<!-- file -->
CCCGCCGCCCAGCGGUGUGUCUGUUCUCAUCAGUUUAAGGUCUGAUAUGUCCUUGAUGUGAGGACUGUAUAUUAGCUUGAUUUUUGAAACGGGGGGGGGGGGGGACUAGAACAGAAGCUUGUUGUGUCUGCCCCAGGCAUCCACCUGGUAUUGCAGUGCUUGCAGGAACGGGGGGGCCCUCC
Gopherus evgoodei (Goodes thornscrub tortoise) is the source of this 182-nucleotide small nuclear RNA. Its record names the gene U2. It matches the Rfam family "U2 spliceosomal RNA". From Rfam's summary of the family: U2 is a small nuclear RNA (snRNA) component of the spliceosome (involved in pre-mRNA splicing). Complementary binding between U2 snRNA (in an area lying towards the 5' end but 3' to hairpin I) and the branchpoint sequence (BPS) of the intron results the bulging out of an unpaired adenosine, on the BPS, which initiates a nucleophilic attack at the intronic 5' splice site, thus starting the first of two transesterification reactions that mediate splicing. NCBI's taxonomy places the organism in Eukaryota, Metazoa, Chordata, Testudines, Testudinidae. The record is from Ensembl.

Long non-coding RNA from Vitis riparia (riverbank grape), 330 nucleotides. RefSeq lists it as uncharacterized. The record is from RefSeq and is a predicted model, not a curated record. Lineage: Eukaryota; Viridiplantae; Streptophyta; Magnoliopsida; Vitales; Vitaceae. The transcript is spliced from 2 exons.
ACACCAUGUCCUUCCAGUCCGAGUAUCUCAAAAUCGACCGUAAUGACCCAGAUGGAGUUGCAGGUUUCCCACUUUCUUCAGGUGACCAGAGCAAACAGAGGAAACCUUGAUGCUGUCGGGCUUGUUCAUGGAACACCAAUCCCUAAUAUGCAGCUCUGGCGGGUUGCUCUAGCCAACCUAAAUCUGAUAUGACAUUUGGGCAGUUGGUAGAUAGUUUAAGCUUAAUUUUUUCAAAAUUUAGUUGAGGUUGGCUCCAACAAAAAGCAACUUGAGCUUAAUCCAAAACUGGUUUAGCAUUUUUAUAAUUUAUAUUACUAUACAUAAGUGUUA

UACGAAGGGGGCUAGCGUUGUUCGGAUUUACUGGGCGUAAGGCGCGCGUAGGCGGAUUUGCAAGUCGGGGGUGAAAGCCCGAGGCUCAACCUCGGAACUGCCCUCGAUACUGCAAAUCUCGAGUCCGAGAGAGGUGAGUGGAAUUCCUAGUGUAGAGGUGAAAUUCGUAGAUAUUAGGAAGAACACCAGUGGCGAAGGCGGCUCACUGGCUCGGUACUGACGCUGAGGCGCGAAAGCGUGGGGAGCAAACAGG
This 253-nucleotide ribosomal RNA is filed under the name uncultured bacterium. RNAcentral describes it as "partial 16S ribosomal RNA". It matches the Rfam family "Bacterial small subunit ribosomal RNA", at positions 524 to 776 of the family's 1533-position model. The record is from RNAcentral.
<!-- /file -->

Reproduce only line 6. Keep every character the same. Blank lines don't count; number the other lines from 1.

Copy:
This 253-nucleotide ribosomal RNA is filed under the name uncultured bacterium. RNAcentral describes it as "partial 16S ribosomal RNA". It matches the Rfam family "Bacterial small subunit ribosomal RNA", at positions 524 to 776 of the family's 1533-position model. The record is from RNAcentral.